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Plastic surgery images and invoices leak from unsecured database

   The images, many of them graphic, came from a French imaging company called NextMotion.
   Laura Hautala mugshot 
   Laura Hautala 
   February 14, 2020 8:28 AM PST


   - 03:08

   A woman's face marked with dotted lines.

   A plastic surgery software service leaked thousands of patient photos, videos and invoices on an unsecured database, security researchers said Thursday. This stock photo didn't come from that exposure.
   Getty Images

   Thousands of images, videos and records pertaining to plastic surgery patients were left on an unsecured database where they could be viewed by anyone with the right IP address, researchers said Friday. The data included about 900,000 records, which researchers say could belong to thousands of different patients.

   The data was generated at clinics around the world using software made by French imaging company NextMotion. Images in the database included before-and-after photos of cosmetic procedures. Those photos often contained nudity, the researchers said. Other records included images of invoices that contained information that would identify a patient. The database is now secured.

   Researchers Noam Rotem and Ran Locar found the exposed database. They published their research with vpnMentor, a security website that rates VPN services and earns commissions when readers make purchases. Rotem said he sees exposed health care databases all too often as part of his web-mapping project, which looks for exposed data.

   "The state of privacy protection, especially in health care, is really abysmal," Rotem said.

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   NextMotion, which says on its website that it has 170 clinics as customers in 35 countries, said in a statement to its clients that it had addressed the problem.

   "We immediately took corrective steps and this same company formally guaranteed that the security flaw had completely disappeared," said NextMotion CEO Emmanuel Elard in the statement. "This incident only reinforced our ongoing concern to protect your data and your patients' data when you use the Nextmotion application."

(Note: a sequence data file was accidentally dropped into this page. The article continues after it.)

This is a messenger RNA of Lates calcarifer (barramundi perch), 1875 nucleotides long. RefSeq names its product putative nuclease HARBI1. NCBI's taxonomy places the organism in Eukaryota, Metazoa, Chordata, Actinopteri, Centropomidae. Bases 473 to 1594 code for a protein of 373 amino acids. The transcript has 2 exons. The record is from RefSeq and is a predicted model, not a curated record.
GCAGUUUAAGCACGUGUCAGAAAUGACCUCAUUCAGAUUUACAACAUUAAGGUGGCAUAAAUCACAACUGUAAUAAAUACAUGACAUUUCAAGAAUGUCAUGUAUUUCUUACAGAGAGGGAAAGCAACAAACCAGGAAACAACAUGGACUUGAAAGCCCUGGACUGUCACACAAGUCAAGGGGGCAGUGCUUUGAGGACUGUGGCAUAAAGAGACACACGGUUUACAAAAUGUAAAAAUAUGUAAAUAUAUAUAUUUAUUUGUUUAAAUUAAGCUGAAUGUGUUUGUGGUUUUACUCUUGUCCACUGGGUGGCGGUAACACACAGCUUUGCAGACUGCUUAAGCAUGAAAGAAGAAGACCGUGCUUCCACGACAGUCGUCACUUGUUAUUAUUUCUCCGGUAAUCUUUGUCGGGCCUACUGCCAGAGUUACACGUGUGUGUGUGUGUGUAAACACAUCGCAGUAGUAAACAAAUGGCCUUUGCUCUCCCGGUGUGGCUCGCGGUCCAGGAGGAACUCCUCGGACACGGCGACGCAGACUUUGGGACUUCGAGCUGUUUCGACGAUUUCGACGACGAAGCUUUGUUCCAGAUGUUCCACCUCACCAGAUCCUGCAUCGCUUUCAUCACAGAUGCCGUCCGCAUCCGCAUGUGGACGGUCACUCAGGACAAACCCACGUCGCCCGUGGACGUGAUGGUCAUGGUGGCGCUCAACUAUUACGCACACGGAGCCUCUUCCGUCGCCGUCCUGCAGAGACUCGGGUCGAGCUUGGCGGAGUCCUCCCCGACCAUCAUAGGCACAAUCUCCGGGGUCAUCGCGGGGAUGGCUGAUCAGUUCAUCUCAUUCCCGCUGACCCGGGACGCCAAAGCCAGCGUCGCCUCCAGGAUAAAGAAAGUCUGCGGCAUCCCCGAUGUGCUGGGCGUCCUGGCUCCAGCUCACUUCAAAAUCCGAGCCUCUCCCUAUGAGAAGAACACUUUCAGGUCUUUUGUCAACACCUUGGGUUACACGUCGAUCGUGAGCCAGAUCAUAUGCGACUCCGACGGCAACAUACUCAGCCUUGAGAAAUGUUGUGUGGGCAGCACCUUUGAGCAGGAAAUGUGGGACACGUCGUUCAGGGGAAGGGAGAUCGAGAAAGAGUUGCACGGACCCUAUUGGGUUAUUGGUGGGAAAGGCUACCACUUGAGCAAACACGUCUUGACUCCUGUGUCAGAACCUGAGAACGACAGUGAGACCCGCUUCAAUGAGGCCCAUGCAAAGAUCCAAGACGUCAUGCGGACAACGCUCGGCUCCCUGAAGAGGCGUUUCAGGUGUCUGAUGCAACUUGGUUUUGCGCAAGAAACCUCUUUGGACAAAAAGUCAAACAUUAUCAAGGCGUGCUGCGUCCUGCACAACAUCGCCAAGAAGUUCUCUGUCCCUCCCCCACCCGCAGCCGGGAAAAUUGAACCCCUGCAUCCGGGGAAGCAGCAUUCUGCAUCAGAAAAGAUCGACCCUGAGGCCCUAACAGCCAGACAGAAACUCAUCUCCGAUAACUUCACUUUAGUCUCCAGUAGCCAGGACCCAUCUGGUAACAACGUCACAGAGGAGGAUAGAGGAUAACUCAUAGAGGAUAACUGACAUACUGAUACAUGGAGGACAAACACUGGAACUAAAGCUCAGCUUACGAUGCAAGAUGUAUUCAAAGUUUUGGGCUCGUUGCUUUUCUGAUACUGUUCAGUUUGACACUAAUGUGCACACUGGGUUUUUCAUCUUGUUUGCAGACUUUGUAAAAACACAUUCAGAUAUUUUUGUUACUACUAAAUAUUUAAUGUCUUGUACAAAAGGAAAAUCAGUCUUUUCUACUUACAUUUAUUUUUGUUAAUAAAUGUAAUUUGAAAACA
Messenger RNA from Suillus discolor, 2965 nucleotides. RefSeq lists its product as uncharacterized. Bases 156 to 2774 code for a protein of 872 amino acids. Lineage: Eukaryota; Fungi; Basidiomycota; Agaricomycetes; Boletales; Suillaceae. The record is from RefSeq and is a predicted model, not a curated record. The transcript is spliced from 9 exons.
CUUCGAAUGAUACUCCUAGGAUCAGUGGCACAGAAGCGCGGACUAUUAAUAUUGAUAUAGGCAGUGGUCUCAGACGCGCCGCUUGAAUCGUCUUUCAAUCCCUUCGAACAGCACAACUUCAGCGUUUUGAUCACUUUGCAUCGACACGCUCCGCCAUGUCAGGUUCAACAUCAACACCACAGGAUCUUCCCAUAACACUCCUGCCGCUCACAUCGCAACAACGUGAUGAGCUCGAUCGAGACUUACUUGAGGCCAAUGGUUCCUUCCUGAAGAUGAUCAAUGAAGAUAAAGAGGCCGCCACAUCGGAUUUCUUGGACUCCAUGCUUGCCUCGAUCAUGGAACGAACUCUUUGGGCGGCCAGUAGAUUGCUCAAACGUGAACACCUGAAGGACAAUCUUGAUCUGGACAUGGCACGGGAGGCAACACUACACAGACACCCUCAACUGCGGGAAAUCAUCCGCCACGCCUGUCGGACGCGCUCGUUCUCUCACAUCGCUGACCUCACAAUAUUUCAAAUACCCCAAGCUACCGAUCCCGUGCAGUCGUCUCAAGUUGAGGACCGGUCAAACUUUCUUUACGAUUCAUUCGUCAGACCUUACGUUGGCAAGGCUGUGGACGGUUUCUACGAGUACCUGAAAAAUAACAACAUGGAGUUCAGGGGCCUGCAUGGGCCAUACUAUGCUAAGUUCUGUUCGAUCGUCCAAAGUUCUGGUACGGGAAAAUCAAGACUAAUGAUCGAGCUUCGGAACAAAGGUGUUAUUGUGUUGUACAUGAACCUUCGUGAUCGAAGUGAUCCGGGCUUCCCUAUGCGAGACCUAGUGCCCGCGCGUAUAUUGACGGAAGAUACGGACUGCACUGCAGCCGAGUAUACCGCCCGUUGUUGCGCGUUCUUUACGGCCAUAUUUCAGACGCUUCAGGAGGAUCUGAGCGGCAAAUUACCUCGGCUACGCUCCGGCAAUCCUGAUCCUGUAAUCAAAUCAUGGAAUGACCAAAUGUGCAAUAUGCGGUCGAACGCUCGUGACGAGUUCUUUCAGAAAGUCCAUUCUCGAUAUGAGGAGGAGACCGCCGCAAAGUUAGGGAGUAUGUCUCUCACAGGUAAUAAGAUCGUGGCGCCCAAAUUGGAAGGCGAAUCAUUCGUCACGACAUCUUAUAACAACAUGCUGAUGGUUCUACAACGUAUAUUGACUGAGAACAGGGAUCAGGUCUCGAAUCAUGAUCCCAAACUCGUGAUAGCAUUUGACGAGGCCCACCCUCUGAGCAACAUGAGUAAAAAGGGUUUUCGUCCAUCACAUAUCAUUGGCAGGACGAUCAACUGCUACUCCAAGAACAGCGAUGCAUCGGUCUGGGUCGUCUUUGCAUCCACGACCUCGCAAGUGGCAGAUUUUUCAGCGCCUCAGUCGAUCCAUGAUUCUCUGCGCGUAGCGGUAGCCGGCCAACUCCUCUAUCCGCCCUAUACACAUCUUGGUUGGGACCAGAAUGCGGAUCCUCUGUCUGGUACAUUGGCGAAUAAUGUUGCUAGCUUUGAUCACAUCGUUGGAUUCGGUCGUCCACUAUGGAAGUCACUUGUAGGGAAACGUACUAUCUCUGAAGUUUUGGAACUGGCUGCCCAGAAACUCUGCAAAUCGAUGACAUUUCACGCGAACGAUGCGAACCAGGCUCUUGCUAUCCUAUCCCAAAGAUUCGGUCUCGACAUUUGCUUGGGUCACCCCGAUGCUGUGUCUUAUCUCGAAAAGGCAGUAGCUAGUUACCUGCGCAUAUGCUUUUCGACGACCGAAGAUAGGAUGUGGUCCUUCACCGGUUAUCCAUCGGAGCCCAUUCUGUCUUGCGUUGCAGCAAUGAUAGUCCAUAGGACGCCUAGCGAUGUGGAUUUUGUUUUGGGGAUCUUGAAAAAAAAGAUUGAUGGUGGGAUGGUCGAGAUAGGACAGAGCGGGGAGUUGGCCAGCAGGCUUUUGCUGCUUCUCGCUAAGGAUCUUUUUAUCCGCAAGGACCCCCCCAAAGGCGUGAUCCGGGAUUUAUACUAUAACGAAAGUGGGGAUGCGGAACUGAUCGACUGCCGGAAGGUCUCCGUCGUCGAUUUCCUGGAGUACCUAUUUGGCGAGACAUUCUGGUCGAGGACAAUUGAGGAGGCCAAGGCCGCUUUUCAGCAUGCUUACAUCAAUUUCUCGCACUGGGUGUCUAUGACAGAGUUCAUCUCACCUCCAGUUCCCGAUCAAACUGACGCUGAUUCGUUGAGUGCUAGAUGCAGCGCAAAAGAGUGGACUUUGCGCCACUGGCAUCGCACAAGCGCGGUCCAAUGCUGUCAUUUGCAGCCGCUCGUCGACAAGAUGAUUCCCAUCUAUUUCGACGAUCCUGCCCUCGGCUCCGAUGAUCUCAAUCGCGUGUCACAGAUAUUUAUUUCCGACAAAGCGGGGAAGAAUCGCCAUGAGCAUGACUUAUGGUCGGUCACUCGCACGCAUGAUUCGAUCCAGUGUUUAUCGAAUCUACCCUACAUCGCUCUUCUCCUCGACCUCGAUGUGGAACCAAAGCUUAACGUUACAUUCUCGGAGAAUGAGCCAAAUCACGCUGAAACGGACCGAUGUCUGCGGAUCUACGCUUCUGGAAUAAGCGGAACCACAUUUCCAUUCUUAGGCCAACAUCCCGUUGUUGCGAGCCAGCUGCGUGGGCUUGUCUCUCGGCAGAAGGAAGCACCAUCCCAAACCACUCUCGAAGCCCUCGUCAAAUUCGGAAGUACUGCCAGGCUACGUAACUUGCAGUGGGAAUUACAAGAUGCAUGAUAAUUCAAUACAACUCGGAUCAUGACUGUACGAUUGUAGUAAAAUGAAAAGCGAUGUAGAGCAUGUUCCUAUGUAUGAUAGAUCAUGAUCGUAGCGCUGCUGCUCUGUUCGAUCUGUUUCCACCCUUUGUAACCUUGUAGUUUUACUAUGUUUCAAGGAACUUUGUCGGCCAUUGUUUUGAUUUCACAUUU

Elard went to apologize for the "fortunately minor incident."

   While NextMotion said the photos and videos don't include names or other identifying information, many of the images show patients' faces, according to vpnMonitor. Some of the invoices detail the types of procedures patients received, such as acne scar removal and abdominoplasty, and contain patients' names and other identifying information.

   The leak is the latest exposure of data from an unsecured cloud database, a global problem that affects a range of sensitive information. Exposed databases have leaked the records of drug rehab patients in the US, the national identity numbers of Peruvian moviegoers and the expected salaries of job seekers around the world. The problem stems from companies moving their customer data to the cloud without proper privacy protocols in place. It affects countless databases, researchers say.

   Rotem said it wasn't possible to know how many patients had information exposed in the NextMotion database, because each patient was likely to have multiple records in the system. Still, it was potentially thousands of patients.

   The NextMotion website says it provides a "secure medical cloud" with its servers in France to store records for cosmetic clinics around the world. The web page dedicated to data security includes logos relating to data security laws, including the US Health Insurance Portability and Accountability Act (HIPAA) and the European Union's General Data Protection Regulation (GDPR).

   Rotem said these laws require many more layers of security protection for the data the researchers found. He said some of the images were 360-degree videos of patients' nude bodies. Some included images of genitalia.

   "It's really, really, really something you don't want to put online," he said.
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